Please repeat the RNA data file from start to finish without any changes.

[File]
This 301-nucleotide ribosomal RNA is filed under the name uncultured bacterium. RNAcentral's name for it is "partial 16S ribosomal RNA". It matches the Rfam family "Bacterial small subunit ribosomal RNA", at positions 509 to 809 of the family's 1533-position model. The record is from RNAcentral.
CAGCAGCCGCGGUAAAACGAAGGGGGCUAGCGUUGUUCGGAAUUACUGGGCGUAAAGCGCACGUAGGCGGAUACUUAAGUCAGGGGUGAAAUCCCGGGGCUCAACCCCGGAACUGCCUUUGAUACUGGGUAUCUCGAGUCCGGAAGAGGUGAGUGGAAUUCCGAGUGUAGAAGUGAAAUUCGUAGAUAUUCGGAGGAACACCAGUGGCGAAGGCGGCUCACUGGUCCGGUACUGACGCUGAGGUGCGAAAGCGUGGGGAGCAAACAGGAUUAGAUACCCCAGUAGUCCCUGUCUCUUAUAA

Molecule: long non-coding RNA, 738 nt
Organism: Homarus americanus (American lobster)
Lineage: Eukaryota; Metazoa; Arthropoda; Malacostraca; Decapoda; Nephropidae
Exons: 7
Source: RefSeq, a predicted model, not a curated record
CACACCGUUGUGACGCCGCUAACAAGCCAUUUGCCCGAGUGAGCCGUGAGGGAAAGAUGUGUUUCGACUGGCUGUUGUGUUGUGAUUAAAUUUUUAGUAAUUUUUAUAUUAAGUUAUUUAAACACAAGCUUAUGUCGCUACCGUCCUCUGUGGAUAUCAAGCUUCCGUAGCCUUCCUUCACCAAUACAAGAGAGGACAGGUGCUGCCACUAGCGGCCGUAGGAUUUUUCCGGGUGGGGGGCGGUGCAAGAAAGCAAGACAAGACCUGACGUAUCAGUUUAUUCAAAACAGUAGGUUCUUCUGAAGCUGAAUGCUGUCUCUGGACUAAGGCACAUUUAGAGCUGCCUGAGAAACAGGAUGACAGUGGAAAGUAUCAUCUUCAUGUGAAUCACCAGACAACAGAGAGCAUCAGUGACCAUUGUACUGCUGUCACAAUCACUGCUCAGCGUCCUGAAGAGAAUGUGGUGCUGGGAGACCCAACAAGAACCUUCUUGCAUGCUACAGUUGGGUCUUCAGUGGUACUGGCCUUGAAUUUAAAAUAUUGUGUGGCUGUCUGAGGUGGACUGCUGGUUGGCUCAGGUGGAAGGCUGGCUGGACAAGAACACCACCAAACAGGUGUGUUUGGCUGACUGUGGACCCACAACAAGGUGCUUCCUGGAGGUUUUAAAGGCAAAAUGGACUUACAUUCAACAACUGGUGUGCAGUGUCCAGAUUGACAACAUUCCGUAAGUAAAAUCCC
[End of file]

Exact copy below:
This 301-nucleotide ribosomal RNA is filed under the name uncultured bacterium. RNAcentral's name for it is "partial 16S ribosomal RNA". It matches the Rfam family "Bacterial small subunit ribosomal RNA", at positions 509 to 809 of the family's 1533-position model. The record is from RNAcentral.
CAGCAGCCGCGGUAAAACGAAGGGGGCUAGCGUUGUUCGGAAUUACUGGGCGUAAAGCGCACGUAGGCGGAUACUUAAGUCAGGGGUGAAAUCCCGGGGCUCAACCCCGGAACUGCCUUUGAUACUGGGUAUCUCGAGUCCGGAAGAGGUGAGUGGAAUUCCGAGUGUAGAAGUGAAAUUCGUAGAUAUUCGGAGGAACACCAGUGGCGAAGGCGGCUCACUGGUCCGGUACUGACGCUGAGGUGCGAAAGCGUGGGGAGCAAACAGGAUUAGAUACCCCAGUAGUCCCUGUCUCUUAUAA

Molecule: long non-coding RNA, 738 nt
Organism: Homarus americanus (American lobster)
Lineage: Eukaryota; Metazoa; Arthropoda; Malacostraca; Decapoda; Nephropidae
Exons: 7
Source: RefSeq, a predicted model, not a curated record
CACACCGUUGUGACGCCGCUAACAAGCCAUUUGCCCGAGUGAGCCGUGAGGGAAAGAUGUGUUUCGACUGGCUGUUGUGUUGUGAUUAAAUUUUUAGUAAUUUUUAUAUUAAGUUAUUUAAACACAAGCUUAUGUCGCUACCGUCCUCUGUGGAUAUCAAGCUUCCGUAGCCUUCCUUCACCAAUACAAGAGAGGACAGGUGCUGCCACUAGCGGCCGUAGGAUUUUUCCGGGUGGGGGGCGGUGCAAGAAAGCAAGACAAGACCUGACGUAUCAGUUUAUUCAAAACAGUAGGUUCUUCUGAAGCUGAAUGCUGUCUCUGGACUAAGGCACAUUUAGAGCUGCCUGAGAAACAGGAUGACAGUGGAAAGUAUCAUCUUCAUGUGAAUCACCAGACAACAGAGAGCAUCAGUGACCAUUGUACUGCUGUCACAAUCACUGCUCAGCGUCCUGAAGAGAAUGUGGUGCUGGGAGACCCAACAAGAACCUUCUUGCAUGCUACAGUUGGGUCUUCAGUGGUACUGGCCUUGAAUUUAAAAUAUUGUGUGGCUGUCUGAGGUGGACUGCUGGUUGGCUCAGGUGGAAGGCUGGCUGGACAAGAACACCACCAAACAGGUGUGUUUGGCUGACUGUGGACCCACAACAAGGUGCUUCCUGGAGGUUUUAAAGGCAAAAUGGACUUACAUUCAACAACUGGUGUGCAGUGUCCAGAUUGACAACAUUCCGUAAGUAAAAUCCC